Benefits and Harms of Mammography Screening

Magnus Løberg; Mette Lise Lousdal; Michael Bretthauer; Mette Kalager


Breast Cancer Res. 2015;17(63) 

In This Article

Information to Women

Screening differs from clinical practice. Individuals who undergo a screening procedure are invited to participate with the implied expectation that they will benefit. This contrasts with clinical practice, where the patients approach the medical practitioner with a symptom or complaint for help.[3] Thus, it is of utmost importance that information about benefits and harms of mammography screening is balanced. However, the harms of screening have not been communicated to the public as well as the benefits.[63,64] With increasing evidence of overdiagnosis, this is of concern and violates the individual's possibility to make an informed choice.

However, proper information on risks and benefits is not easy. Firstly, how do clinicians communicate benefits and harms? The use of relative risks may suggest greater effects than exist, whereas the use of absolute risks (or equivalents, such as the number needed to screen) prevents this misunderstanding. The use of relative risks should be avoided or employed only in combination with more comprehensible forms of communicating risk, such as absolute risks or numbers needed to screen.[65] Secondly, many cannot interpret numbers as well as words and have difficulty understanding numerical expressions of risk.[66] In medical schools, courses in statistics usually do not go far enough in teaching statistical or probabilistic thinking, and few teach strategies for effective communication. Hence, most physicians are poorly equipped to discuss risk factors in a way that is readily comprehensible to their patients. This deficiency puts the ideal of informed consent in jeopardy.[65,67]

Framing is the presentation of logically equivalent information in different forms. Positive framing emphasizes the absence of disease; negative framing emphasizes the presence of disease[65] (Figure 6). Based on the 20-year risk for a woman in the UK to die of breast cancer, the risk of dying from breast cancer with mammography screening would be 15 per 1,000 women and 17 to 18 per 1,000 women without mammography screening.[49] Positive framing would be that the number of women that will not die from breast cancer rises from between 982 and 983 to 985 per 1,000 women with the addition of screening for breast cancer.[34,35] An example of positive framing is illustrated in Figure 6.

Figure 6.

Positive framing. Out of 1,000 women aged 50 to 69 years invited every second year, 781 are alive with screening and the same number without screening over the course of 20 years. Correspondingly, 985 women and 982 to 983 women without screening will not die of breast cancer aged 55 to 74 years. Negative framing: out of 1,000 women aged 50 to 69 years invited every second year, 204 women will die with screening and the same number without screening. Correspondingly, 15 women with screening and 17 to 18 women without screening will die of breast cancer between 55 and 74 years old. Number of women dying among women aged 55 to 74 years is based on the observed mortality rates in England and Wales in 2007 [68]. The number of women dying over a 20-year period is estimated by summing the mortality rates for the ages 55 to 74 [68].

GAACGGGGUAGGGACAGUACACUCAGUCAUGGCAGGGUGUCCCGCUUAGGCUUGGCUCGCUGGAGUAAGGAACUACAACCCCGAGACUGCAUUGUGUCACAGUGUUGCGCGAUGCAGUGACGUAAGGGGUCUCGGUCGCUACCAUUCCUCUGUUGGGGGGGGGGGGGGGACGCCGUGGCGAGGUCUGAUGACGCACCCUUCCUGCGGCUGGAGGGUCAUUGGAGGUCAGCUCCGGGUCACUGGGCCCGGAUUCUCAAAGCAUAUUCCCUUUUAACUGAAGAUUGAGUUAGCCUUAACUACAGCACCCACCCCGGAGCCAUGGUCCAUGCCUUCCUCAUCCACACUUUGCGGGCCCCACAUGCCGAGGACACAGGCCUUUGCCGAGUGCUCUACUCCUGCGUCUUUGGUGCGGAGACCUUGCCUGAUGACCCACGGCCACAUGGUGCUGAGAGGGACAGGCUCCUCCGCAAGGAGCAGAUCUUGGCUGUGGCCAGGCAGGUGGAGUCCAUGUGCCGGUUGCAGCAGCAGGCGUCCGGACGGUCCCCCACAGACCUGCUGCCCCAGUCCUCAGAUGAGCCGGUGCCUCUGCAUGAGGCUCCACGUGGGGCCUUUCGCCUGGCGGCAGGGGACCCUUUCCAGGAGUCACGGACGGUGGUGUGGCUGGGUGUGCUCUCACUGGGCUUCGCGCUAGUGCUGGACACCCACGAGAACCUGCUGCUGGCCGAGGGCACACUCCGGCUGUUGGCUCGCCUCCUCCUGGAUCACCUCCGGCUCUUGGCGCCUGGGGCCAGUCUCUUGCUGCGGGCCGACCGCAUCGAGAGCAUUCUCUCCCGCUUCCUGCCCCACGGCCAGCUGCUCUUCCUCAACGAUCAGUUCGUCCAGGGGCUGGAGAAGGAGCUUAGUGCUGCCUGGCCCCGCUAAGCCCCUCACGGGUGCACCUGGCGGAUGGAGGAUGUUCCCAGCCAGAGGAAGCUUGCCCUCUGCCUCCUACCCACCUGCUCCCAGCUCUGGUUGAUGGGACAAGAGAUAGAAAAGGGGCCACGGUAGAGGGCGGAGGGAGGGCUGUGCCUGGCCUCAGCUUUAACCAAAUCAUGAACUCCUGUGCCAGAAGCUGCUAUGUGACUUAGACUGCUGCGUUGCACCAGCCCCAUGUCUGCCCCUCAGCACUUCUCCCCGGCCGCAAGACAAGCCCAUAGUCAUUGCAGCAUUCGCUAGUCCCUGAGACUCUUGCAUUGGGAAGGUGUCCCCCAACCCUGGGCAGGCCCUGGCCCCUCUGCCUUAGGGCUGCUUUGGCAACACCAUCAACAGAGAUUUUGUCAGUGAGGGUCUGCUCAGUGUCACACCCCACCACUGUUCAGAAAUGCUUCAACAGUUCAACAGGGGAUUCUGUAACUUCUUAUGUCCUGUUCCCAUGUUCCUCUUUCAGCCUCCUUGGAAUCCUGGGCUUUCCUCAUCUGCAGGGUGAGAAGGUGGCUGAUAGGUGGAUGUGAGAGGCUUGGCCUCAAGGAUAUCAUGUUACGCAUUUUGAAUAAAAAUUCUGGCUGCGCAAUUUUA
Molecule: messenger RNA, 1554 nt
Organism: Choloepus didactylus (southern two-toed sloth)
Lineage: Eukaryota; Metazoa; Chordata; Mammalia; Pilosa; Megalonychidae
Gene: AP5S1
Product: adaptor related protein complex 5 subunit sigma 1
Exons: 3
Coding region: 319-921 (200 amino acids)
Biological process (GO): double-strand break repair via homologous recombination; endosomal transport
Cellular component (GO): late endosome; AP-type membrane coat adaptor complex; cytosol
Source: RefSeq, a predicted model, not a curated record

Women are not only overestimating their risk of breast cancer, but also substantially overestimating the benefit of mammography screening.[67,69–71] Over 50% of all women asked thought mammography screening reduced the risk of dying from breast cancer by at least 50%.[67,69] Further, women wanted to have balanced information and share the decision with their physician,[71] but many reported they were never provided information on false positives and side effects.[71] A report from Norway, where women are invited with a prescheduled time and date of a screening mammography appointment, showed that if the invitation letter included an information leaflet aimed at enabling women to make a free and informed choice, the prescheduled appointment undermined the option of not participating.[72] The authors concluded that the current recruitment procedures gave priority to screening uptake at the expense of informed choice.[72] Thus, the principle of informed choice might be in jeopardy.[72]